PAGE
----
Easy Cold Brew Coffee Recipe

Home made cold brew

 As promised, here is an easy home made cold brew recipe just in time for the bank holiday!

 In my opinion, cold brew coffee is far superior to iced coffee any day of the week! If you haven’t yet tried a cold brew then get yourself down to decent coffee shop, Starbucks, Selfridges, or buy online through Amazon or Ocado. They are incredible, the depth of flavour and natural sweetness is unexpected, which makes cold brew that extra bit special. A lot of iced coffees can taste quite bitter, hence why people quite often top them up with syrup. This bitterness comes through as the coffee is extracted hot in espresso form before being cooled over ice. However, with a cold brew coffee, grounds are left to steep in cold water for up to 24 hours. No hot water is used in this process which creates a much gentler extraction of the flavours and oils in the coffee grounds.

 Cold brew is said to be less acidic than a regular hot coffee. Whether this is true or not is still up for debate as coffee beans from different regions naturally have different acidity levels to begin with. Nonetheless, if you were to brew 2 coffee’s, one hot and one cold, using the same coffee beans from the same farm and harvest; the cold brew coffee is more than likely to be less acidic due to the gentler extraction process.

There are numerous ways to brew your own cold brew, and there are even cold brew kits you can buy. We at Singl coffee are simple souls though and are all about the ease and convenience. Therefore, to make our simple cold brew all you need is the following…

 - A Jar/Jug (Preferably with a lid. If not a bit of cling film will do)

- Kitchen scales

- Whole coffee beans

- A Grinder

- Water (Bottled or filtered)

- Sieve/Strainer

 There are 2 reasons we have used whole beans. The main one being you need a course grind for a cold brew. If your coffee is ground too fine it will over extract, this means all those acids and oils will overpower the final product and create a sour bitter final cup. They will also be a pain in the arse to filter out, resulting in a dark murky mess in your cup.

If you don’t have a grinder, try a food processor.

 The beauty of cold brew is that your coffee grind doesn’t have to be perfect and uniform, it is rough and ready! A course grind is like breadcrumbs, or the last part of your cereal box where all your cornflakes have been smashed to bits!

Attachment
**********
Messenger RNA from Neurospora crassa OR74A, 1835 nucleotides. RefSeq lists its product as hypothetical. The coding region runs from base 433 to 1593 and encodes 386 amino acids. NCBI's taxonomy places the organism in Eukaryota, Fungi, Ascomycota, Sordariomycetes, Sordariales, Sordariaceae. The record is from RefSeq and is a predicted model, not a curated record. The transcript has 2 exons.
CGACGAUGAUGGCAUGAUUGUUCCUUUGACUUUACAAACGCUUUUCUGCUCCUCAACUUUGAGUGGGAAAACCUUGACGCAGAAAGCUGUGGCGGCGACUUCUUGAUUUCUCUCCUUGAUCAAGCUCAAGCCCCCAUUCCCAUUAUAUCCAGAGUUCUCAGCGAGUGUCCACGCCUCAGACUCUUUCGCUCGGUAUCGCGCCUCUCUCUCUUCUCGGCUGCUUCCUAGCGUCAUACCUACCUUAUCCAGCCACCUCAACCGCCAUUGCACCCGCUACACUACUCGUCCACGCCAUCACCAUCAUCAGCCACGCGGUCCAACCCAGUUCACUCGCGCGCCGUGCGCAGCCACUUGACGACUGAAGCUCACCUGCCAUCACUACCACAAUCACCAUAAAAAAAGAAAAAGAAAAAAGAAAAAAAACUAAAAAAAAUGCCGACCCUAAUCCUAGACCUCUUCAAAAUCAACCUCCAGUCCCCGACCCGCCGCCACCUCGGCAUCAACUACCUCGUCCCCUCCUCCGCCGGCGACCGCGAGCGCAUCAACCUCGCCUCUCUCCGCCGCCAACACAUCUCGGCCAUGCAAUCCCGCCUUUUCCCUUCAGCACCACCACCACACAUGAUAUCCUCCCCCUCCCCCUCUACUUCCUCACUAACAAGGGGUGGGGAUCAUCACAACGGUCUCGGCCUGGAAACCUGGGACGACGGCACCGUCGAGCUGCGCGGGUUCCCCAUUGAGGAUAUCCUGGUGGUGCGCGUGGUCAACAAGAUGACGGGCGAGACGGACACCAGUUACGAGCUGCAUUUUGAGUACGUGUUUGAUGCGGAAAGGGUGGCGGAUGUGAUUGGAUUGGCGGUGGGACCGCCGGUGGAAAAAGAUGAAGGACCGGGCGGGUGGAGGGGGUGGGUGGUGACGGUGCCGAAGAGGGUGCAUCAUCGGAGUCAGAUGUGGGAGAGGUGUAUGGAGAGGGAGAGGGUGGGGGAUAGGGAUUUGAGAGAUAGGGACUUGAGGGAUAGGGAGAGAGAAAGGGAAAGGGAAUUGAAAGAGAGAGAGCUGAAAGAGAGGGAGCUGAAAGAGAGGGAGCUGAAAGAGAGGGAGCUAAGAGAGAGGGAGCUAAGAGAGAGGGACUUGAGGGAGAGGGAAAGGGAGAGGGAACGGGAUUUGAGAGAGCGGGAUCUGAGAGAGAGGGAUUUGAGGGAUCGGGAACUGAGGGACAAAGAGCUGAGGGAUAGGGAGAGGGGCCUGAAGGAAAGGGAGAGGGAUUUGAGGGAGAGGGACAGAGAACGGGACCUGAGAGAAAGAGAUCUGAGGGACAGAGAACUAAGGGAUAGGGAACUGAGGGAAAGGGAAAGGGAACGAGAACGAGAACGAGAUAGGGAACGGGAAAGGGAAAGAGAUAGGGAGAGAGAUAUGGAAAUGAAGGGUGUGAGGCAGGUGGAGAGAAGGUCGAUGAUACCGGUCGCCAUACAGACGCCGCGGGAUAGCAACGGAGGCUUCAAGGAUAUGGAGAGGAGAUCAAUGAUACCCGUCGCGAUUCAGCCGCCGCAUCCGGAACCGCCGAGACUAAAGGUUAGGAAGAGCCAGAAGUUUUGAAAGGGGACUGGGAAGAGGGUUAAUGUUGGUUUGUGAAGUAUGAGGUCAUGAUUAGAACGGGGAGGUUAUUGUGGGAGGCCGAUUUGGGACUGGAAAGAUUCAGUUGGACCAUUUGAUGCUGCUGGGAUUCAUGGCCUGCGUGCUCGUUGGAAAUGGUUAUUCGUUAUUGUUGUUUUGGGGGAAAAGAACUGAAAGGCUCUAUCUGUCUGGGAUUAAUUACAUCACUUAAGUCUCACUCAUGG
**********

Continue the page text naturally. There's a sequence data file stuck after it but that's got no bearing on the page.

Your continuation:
Finally, water; If you live in an area with hard water I suggest using a Brita filter to filter your tap water, or buy some bottled water. As water is the main ingredient and key to extracting the coffee, you don’t want any added flavours or contaminants affecting your brew due to poor water quality.


 1. Measure out your coffee. We used 100grams whole beans.


2. Blitz your beans in the grinder for a few seconds. It won’t take long to grind the beans, so don’t turn on the grinder or food processor and walk away!! Literally 5 seconds and they will be perfectly ground!


3. Tip your grounds into a jar or jug.


4. Place the jar onto the scale and fill with 500ml water. We are working with a 1:5 ratio of beans to water. 100g beans to 500ml water. (The eagle eyed ones amongst you will notice we went over by 4ml Ooops my bad!)


5. Give it a good mix, pop on a lid and place in the fridge. If you don’t have a lid, then cover with ling film. The lid helps protect the coffee from being flavoured by anything in the air in your fridge. At the time of making our cold brew, we had half a left-over onion in the fridge. Onion coffee? No thanks!


6. After approx. 20-24 hours remove from the fridge and pour the coffee through your sieve into a measuring jug. This removes all the large pieces of coffee grounds. If your coffee still has grounds floating in it, pour it back through the sieve a second time, or even use a tea strainer to catch the finer particles floating in the brew. The more you sieve the brew, the cleaner and clearer the final cup will be.


7. Pour a small amount into a glass and taste. If the coffee is too strong, you can dilute it slightly with some more cold water to suit your taste.


Remember, as with all coffee, the coffee beans you use matter a great deal! They can dramatically alter the taste of your final cup depending on what type they are, so don’t skimp and buy cheap nasty beans!

 Top tip:

If your brew still looks cloudy, pop a filter paper into your sieve and strain the coffee through this again. It will remove all the very fine coffee particles. You will get a super clear brew that won't get bitter over time.

 As always, if you try out your home brew, tag us in your pics on social media and we will share them out!

 Happy Brewing! x

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